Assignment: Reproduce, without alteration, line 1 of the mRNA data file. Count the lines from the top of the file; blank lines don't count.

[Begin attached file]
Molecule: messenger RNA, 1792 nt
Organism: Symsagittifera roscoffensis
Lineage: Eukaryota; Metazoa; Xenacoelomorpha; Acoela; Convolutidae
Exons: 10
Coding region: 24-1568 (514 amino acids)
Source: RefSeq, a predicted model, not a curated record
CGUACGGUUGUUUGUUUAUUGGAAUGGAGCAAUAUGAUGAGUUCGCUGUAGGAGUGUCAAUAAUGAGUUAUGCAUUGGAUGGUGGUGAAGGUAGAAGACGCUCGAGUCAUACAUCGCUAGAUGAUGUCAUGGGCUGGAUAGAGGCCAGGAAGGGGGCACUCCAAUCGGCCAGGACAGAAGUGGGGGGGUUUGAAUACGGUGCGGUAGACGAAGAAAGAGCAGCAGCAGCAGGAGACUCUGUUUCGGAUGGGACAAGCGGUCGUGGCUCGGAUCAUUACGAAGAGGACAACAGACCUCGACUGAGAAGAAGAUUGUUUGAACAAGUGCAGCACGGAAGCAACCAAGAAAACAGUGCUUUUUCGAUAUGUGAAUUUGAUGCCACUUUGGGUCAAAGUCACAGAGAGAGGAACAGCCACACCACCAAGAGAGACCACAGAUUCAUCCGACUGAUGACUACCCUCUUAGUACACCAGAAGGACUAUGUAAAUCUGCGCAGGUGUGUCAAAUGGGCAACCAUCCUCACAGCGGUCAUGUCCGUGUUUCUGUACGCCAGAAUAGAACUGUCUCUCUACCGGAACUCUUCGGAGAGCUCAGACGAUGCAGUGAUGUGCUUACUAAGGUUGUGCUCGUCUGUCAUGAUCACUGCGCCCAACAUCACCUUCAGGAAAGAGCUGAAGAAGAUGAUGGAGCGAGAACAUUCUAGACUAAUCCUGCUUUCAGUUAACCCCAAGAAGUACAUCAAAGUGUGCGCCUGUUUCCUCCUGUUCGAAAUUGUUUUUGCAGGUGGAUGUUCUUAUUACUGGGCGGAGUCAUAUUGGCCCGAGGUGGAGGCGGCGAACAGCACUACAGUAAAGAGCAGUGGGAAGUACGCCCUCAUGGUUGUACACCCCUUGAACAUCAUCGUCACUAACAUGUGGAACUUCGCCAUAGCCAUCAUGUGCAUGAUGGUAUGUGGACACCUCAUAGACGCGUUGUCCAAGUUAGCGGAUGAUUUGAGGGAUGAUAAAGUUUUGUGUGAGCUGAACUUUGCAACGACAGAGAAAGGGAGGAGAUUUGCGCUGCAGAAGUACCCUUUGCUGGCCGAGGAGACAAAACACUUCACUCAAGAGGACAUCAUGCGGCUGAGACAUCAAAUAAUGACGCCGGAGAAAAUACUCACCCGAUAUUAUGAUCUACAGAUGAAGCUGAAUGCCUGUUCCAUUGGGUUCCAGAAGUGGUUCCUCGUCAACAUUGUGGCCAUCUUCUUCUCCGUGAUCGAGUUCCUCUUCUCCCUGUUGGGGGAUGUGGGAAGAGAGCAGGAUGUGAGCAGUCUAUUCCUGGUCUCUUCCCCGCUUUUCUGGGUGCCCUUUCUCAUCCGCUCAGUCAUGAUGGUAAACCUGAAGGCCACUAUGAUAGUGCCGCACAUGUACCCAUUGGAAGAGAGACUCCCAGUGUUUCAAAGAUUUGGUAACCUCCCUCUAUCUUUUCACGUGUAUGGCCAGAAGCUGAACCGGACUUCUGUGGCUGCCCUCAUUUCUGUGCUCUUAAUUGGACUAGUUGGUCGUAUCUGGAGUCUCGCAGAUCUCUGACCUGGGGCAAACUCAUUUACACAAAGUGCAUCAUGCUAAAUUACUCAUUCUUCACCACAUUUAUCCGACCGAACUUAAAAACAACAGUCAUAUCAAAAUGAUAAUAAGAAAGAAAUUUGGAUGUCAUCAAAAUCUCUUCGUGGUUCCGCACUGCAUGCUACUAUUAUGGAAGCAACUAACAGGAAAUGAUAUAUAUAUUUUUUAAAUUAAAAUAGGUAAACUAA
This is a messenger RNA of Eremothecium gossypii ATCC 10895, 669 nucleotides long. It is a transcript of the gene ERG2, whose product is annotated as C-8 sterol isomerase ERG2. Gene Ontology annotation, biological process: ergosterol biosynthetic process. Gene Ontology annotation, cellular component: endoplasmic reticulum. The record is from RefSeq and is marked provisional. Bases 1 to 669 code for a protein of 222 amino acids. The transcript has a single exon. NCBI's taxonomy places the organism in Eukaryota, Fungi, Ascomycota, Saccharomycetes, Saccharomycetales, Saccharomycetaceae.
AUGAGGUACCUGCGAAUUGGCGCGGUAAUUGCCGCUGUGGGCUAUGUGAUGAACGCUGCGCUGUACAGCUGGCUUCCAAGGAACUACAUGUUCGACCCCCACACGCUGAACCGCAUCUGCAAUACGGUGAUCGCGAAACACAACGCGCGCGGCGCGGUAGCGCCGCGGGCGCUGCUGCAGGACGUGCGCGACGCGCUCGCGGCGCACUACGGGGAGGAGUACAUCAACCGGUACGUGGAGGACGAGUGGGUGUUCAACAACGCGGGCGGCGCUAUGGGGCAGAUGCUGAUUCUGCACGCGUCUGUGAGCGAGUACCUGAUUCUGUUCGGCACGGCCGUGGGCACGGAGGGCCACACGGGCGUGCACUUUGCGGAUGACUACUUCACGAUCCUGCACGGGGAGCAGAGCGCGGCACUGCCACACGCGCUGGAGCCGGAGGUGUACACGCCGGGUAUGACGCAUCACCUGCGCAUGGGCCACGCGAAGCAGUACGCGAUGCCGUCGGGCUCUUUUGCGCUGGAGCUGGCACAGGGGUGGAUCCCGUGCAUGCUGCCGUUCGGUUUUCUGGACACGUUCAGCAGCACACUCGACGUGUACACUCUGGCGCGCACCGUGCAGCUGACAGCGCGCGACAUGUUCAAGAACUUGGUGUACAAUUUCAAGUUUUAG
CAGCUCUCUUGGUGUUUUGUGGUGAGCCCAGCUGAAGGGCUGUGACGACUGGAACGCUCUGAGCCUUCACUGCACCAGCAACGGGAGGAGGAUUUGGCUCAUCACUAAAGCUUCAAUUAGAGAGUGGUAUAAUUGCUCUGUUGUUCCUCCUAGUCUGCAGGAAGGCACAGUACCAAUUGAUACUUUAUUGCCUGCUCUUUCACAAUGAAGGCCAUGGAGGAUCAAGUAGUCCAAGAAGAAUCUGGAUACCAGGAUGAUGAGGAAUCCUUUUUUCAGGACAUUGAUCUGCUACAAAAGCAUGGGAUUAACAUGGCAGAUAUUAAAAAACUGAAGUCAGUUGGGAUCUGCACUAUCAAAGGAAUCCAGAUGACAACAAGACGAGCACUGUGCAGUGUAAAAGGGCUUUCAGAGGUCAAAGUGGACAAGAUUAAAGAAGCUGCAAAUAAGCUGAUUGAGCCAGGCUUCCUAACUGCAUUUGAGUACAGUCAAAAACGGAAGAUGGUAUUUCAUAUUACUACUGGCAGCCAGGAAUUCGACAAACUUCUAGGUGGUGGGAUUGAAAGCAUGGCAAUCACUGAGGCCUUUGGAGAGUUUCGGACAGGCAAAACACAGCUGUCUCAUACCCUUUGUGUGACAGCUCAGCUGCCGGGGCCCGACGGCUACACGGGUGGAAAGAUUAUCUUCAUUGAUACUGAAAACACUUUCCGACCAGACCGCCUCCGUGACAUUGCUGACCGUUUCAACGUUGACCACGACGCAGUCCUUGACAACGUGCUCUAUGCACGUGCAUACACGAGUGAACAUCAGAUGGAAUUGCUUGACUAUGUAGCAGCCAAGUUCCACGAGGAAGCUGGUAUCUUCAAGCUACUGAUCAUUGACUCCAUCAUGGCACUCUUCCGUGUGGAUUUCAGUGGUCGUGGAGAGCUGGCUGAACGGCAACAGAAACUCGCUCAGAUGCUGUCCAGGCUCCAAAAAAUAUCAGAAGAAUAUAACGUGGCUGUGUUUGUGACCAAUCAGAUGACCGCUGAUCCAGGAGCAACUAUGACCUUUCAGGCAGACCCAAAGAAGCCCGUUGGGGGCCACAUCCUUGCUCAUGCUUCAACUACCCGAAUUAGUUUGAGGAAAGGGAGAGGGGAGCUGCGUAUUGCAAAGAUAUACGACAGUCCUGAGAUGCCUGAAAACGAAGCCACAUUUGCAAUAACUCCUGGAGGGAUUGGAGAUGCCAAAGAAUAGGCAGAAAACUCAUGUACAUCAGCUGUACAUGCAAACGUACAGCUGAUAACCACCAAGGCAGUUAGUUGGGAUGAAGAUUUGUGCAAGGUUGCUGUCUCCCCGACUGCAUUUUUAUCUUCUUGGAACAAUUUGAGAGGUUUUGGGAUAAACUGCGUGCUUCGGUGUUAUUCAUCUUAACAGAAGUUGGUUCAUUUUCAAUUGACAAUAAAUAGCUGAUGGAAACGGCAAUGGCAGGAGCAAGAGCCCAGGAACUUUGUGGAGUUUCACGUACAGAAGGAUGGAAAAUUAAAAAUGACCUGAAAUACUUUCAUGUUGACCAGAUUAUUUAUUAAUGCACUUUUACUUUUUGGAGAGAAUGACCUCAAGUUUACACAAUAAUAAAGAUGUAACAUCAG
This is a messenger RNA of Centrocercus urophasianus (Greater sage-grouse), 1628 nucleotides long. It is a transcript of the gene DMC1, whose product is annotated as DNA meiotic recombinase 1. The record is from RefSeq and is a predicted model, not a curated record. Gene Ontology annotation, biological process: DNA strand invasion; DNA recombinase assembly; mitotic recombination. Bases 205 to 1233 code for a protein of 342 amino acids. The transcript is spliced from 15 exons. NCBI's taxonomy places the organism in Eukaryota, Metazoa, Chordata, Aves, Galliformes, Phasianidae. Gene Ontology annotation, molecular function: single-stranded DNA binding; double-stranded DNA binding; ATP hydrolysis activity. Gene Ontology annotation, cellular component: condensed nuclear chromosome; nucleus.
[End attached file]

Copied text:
Molecule: messenger RNA, 1792 nt